I’m passionate about wedding invitations, but I wasn’t always this way. I thought, like many, that the invitation was only a piece of the process, a dreaded detail to think about when they should have been mailed out 2 weeks ago. When I was engaged, the thing that pissed me off the most about my wedding invitations was that I sent them to my guests pre-stamped, and it was like pulling teeth to get them to draw a cute picture and say yes or no to being a guest by my reply date. I’ve since learned that there are 4 non-negotiables if you want to create the perfect wedding invitations.
What? You were expecting something like “names of your hostess and her betrothed?” Nah—that doesn’t make an invitation interesting. Well, it does if the hostess has a stick up her butt and demands the recognition and you choose ignore her…otherwise, it’s not expected anymore and not particularly creative.
Personality is how you put a piece of yourself into your guest’s mailbox. Wedding invitations are really fun to get in the mail (or is that just me?), so creating something that packs a punch before you even open the envelope creates anticipation and excitement for your guests. Vintage or photo stamps, hand calligraphy or a funky wraparound label all show that this envelope is important and fun, and something you’re gonna wanna open.
Obviously, the star of the show is the invitation itself. It can be paper with hidden easter eggs (like mickey mouse ears hidden in script flourishes), or it can drop jaws with a unique shape or material that no one has ever seen before. Whatever you decide to do to make your guest’s say woah should be unique to you. I love merging couples’ interests together (like hiking in the Adirondacks and kate spade) in my designs—being you is a certain way to stand out and make an impression.
Remember how I told you that the most frustrating part was harassing *cough* politely asking guests to send back their RSVP card? Patience is key. Custom invitations take much longer than modern brides have become accustomed to. I tell my brides it’s never too early to start the process, but anything under 12 weeks until your wedding is cutting it way too close.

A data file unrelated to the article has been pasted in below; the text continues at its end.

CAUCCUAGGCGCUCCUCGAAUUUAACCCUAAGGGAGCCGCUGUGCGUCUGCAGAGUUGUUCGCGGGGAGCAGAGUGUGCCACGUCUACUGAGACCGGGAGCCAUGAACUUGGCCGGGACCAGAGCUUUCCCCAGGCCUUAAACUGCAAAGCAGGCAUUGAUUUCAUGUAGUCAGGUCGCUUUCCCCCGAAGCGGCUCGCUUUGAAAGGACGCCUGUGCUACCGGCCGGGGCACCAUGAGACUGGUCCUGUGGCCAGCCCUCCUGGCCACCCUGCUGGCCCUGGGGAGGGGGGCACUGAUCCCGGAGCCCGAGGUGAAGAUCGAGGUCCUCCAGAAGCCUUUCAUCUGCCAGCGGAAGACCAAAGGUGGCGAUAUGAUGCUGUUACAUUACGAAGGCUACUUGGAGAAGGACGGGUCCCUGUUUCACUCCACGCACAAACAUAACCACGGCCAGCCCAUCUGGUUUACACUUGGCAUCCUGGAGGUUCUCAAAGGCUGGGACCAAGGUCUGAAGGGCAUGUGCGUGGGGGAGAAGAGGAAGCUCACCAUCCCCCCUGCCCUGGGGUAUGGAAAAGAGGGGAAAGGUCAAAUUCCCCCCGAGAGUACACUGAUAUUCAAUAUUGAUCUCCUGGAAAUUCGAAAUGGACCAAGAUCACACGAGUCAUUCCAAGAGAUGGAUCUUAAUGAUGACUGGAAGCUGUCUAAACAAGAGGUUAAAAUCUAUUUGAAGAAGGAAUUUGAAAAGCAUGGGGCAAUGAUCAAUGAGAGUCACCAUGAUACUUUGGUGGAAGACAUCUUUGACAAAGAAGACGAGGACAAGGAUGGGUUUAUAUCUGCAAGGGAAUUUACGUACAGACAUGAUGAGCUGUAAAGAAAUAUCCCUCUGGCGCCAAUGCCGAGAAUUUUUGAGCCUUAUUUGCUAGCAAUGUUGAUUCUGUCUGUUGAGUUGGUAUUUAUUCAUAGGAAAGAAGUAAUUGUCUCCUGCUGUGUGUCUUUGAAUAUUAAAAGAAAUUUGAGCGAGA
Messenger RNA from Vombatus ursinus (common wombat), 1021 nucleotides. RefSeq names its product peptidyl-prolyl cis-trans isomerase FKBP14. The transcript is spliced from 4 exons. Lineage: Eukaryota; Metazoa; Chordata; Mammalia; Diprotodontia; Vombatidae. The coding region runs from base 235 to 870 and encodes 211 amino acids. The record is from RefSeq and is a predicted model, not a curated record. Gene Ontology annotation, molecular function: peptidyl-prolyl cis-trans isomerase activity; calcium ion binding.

Wedding invitations should be sent to guests 8-12 weeks before your wedding. Typically, about 4-6 weeks before is a good timeframe for your reply date, as it allows you to send b-list invitations and get a final headcount to your venue two weeks before the big day. After all, perfection takes time! Find a designer you love and contact them as soon as you think you want to work with them. Like photographers and other wedding vendors, stationers book months in advance, and it’s in your best interest to reach out early.
Brides are given a bad rap, but most of my clients have been too nice about their custom invitations. Proofs are meant to be changed—you don’t need to apologize for making edits to your design. If you want to change something and then decide to change it back, that’s cool too. I promise designers aren’t offended by this in any way.
Another aspect of honesty is the dirty little word that plagues brides everywhere: budget. By knowing your budget up front, designers can make suggestions to fit your look while also being tactful about managing your stationery funds. Brides also have to be honest with themselves: Pinterest and wedding planning websites can show you all these pretty details that you may not know the price of. I personally wanted a six tier metallic and flower encrusted wedding cake, but alas…budget. Designers want to see your inspiration, and they want to create something that you love.
4. The hard and fast details.
Okay, fine. Yes, we need to know your names (first and last!), where to show up, and when the ceremony starts. And don’t dismiss the importance of enclosure cards that give guests additional information like reception attire, directions from the ceremony (yes, people still use these), things to do in the area for out of town guests, accommodation and transportation information as well as whether or not children are permitted at your reception.
Use the pieces in your suite to get the most important information to your guests, even if you are redirecting them to your wedding website. You’ll probably need to refer back to suggestion number one a few times throughout the process as guests will continue to ask questions such as Can I bring my boyfriend? Will you have my favorite wine? Can you seat me next to the dance floor?, but at least you’ll have a blanket set of reference materials.
Creating the perfect invitations doesn’t mean you have to stick to a set of particular rules—don’t let anyone tell you what you need at any point during your wedding. I promise that if you stay true to your heart with every step of the planning process, you will look back on your wedding not only with memories of sharing what feels like the best birthday party ever with your best friend, but also a sense of authenticity that will never stale.
Kasey is a stationery designer who is passionate about telling couples’ love stories through paper…or wood or acrylic or metal! She lives in Raleigh, North Carolina with her husband and dog, and she’s always looking for a reason to celebrate with cake and champagne. Learn more about her work on her website and Instagram.